Favors/Giveaways: Covid or no covid – I’m not a huge supporter of favors at all. As a planner… I see my couples spend so much time and energy thinking of cute ideas, spend their hard earned money, and then at the end of it all… about 70% of them are all left on the tables at the end of the night. As humans we value connection above all (or we should) so it’s not surprise that a little trinket isn’t what your guests will talk about 5 years after your wedding. However, in a post covid world – I could see couples offering hand wipes or mini sanitizers at each place setting. Not as a cutesy “thanks-for-sharing-this-special-day-with-us-tchotchke but as a “we’re-thinking-of-you-and-your-safety” thing. I truly don’t see handing out face masks as a “think you do at weddings now” thing. If your guests all have to wear masks… you probably aren’t in the mindset to even have your wedding to begin with.

Decor: This is a fun one. With our guests counts getting smaller, our spaces looking a little different – there are so many opportunities to make the decor special, intimate, custom, you name it! Money may be saved in other areas that allow you to spend money on fun details like signage, or cute drink stations like we talked about earlier. Maybe instead of renting napkins you hand dye your own – I don’t know but there is so much negative and unknown in the world right now and I believe this is the one shining star in it all and couples should take time out of the crazy to have FUN with this.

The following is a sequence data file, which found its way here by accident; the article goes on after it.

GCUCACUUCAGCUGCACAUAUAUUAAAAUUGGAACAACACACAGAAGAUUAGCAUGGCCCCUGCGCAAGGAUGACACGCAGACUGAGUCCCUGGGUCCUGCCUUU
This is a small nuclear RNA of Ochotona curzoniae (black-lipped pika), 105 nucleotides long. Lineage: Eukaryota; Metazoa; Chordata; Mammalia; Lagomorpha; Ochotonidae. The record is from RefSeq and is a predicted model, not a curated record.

When all is said and done. We truly don’t know what the future holds for weddings or the world as we know it. But what I do know is that love is going to just stop. People will get married. They will make it special even if it’s over a zoom court process. It will be a story and it will be THEIR story. What sort of wedding you have has ZERO indication on what your life and marriage will ultimately look like at 80 years old and THAT is what we should put our focus on.


  1. […] may have seen my last post on what I predicted weddings may look like moving forward in this pandemic (or maybe you […]